Starting a new blog site, it seems appropriate to be a bit retrospective. Twenty years ago I applied for a two year contract with Highlands and Islands Enterprise, and HIE launched their new Arts Strategy, which would become the bible for my work in HI~Arts, for a lot longer than just two years.
It seems somehow symbolic, therefore, that this is also the 20th anniversary of the publication of the Charter for the Arts in Scotland. Partly because its author, Joyce MacMillan, has played such a significant role in the current debates around Creative Scotland, and funding for the arts in general in Scotland, and partly because of wider discussions about how such policies should be developed.
I was a fairly junior officer of the Scottish Arts Council at the time of the Charter’s creation, but I happened to be one of the SAC’s representatives at an initial meeting with English colleagues who were exploring the idea of an integrated, UK-wide approach to taking stock of the state of the arts. It was largely down to the initiative of the SAC’s then Director, Seona Reid, that what then evolved in Scotland was something very distinctive, and wholly separate from any comparable English exercise. For one thing, although ultimately entitled ‘The Charter for the Arts‘, the document was prepared by a steering group that included the heads, not just of the SAC but also of the Scottish Museums Council, and the Scottish Library and Information Council–a cross-sectoral grouping that seems hard to imagine today, when, from outside at least, such agencies seem less conencted than at any time in the succeeding twenty years.
And that word ‘Charter’ also has some odd resonances in our current situation, where we have moved from an ‘arms length’ body established by a Royal ‘Charter’ (SAC) to a ‘non-departmental public body’ (Creative Scotland) subject to ‘ministerial guidance’.
But for me the strongest resonance is with the model that’s being much debated at the moment, of Iceland’s ‘crowd-sourced’ new constitution. The Charter for the Arts used every means available, at that time, to ‘crowd-source’ its contents and recommendations. Without email, Facebook, or online forums, the traditional methods–of public meetings, sectoral consultations, invited written submissions, and formal interviews–were deployed exhaustively across all sectors and the length and breadth of the land. I was at several of those meetings which were, almost without exception, very well attended, and often quite contentious and disputatious, as much among those taking part as with the public bodies.
The outcome was a dauntingly large body of material which officers within the agencies were then charged with distilling and summarising, and then all of it, the summaries and the original material, were handed over to Joyce as a well-informed, but wholly independent, author, to pull together into a coherent document for the widest possible public consumption. Amazingly, second hand copies are still for sale on Amazon.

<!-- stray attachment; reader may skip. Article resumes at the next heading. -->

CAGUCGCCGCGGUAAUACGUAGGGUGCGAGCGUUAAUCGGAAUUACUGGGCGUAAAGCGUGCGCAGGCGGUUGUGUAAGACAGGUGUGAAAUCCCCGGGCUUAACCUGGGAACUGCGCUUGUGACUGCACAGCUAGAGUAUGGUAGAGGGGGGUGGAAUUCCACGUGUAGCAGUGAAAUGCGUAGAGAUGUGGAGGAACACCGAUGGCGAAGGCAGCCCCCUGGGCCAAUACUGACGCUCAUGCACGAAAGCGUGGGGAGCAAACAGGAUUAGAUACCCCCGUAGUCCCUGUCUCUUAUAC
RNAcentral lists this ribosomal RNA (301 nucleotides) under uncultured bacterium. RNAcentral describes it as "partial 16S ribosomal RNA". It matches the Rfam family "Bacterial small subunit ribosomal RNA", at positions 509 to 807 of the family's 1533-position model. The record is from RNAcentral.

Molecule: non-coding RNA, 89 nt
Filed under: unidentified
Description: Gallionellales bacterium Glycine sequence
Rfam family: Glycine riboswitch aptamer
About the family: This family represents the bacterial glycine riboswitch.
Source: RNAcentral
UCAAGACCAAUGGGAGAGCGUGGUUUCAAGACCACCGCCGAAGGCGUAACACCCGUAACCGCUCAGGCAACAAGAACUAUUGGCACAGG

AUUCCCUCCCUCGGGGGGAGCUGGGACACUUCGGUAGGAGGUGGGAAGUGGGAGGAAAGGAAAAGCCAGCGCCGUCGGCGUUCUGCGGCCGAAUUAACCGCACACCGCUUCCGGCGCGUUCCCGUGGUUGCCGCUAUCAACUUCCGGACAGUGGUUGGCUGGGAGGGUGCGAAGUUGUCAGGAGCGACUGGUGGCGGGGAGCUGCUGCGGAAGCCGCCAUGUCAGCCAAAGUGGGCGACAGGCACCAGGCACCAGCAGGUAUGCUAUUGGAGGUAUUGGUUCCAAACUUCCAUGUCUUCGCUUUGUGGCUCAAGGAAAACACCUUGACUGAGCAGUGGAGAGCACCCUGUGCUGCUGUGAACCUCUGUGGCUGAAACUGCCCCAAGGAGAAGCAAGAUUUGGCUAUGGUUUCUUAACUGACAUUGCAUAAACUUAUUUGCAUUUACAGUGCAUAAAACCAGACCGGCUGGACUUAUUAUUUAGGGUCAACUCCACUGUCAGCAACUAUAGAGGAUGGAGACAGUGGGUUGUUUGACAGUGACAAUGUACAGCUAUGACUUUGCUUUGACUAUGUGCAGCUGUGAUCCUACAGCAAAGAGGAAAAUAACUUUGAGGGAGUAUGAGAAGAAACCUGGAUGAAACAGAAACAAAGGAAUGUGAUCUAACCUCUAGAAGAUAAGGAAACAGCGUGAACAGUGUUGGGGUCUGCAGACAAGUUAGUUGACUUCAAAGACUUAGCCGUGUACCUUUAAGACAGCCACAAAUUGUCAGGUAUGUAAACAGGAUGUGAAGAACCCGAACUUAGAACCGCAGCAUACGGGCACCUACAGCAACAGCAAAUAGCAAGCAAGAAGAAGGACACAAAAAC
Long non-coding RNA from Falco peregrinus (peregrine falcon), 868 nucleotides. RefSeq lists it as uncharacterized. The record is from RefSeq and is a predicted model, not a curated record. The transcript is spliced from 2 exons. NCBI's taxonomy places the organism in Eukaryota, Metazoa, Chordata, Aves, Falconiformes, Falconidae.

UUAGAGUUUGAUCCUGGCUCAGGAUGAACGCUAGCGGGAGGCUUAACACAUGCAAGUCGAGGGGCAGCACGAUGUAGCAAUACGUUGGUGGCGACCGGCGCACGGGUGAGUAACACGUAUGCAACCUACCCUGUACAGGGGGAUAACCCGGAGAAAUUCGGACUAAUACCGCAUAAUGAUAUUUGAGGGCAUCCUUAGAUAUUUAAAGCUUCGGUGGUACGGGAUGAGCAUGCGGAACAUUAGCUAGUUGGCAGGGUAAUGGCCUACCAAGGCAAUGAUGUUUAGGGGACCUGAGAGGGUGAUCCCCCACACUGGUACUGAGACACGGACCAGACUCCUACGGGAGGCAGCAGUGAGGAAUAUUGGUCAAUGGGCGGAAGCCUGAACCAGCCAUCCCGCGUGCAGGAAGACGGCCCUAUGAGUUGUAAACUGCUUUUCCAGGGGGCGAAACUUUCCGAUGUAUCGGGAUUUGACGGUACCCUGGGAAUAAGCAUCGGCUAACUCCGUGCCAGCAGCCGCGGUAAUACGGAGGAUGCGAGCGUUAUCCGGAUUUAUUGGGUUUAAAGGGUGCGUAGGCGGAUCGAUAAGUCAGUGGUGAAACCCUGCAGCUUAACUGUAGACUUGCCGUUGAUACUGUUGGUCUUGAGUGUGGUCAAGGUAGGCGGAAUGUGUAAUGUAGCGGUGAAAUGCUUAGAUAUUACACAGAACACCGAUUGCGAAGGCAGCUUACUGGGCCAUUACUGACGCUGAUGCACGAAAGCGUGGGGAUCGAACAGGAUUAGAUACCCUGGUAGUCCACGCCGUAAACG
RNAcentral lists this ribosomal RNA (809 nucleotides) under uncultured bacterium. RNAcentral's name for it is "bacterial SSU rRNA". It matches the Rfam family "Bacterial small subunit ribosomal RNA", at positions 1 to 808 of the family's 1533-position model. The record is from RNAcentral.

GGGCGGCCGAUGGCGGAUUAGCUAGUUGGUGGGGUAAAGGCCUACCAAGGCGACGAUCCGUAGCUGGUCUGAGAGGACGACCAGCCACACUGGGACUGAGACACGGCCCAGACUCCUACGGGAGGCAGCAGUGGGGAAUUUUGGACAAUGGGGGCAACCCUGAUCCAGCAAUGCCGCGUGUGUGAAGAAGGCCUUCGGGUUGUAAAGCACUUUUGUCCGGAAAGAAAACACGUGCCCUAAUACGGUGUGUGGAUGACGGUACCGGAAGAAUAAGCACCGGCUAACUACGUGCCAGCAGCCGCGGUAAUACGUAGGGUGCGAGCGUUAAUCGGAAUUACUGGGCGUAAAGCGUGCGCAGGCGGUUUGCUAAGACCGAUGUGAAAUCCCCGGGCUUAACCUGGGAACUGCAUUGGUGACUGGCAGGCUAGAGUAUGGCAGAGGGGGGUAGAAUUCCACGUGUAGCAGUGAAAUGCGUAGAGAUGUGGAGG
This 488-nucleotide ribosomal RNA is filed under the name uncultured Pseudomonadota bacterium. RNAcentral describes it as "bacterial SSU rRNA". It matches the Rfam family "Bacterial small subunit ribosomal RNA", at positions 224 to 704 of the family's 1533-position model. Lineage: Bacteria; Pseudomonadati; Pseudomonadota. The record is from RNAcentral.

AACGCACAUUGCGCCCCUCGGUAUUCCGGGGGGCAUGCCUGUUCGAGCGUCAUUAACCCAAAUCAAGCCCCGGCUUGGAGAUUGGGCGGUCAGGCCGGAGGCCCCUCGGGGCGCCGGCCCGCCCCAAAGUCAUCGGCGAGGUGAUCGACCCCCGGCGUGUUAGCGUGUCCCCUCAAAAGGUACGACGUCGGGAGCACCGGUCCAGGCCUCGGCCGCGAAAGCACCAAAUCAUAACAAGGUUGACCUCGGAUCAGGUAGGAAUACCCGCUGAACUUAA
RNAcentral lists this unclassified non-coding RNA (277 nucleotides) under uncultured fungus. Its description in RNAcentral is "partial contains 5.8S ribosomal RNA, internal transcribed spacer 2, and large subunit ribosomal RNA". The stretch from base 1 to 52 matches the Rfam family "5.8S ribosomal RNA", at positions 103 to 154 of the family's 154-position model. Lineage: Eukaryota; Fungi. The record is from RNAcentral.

Inevitably, not everyone was going to agree with, or endorse, everything that the Charter contained, but its strength was precisely that it was a personal view, not some anonymous and bureaucratic document. It was also a lot more readable and jargon-free than its successors in the succeeding two decades–the National Strategy for the Arts in Scotland, rushed through after Devolution, and the later, utterly indigestible, report of the Cultural Commission, the document that led, ultimately, to the establishment of Creative Scotland.
But, above all, the Charter actually made a difference. Perhaps the most significant change in the culture of the Scottish Arts Council was the new focus on support for the traditional arts, something which has had a profound positive impact on the nation’s cultural life and identity ever since. It can’t be entirely unrelated that Celtic Connections was launched the following year, or that it so quickly became a major fixture in the cultural calendar. The Charter recognised a zeitgeist when it saw one, and the SAC had the sense to act accordingly.
Those two documents, the Charter for the Arts, and the HIE Arts Strategy (itself a product of intense consultation and multiple drafts) combined realism and optimism in a way that both won them widespread endorsement, but also made them practical working tools, and, inadvertently, laid solid foundations for when, just a couple of years later, the National Lottery arrived and opened up a spectrum of new funding opportunities. The cultural infrastructure of the Highlands and Islands would be transformed by Lottery funding, but I don’t believe there would have been anything like the impact on the area, if those two strategic documents hadn’t already been in place.
So, where are we to look for the inspirational initiatives that will shape the next two decades? If crowd-sourcing is the best way to gather the raw material, who’s going to take the lead? Which agency, group, network, has the confidence, and the respect, to drive such a process? I wish I knew.
Robert Livingston, May 2013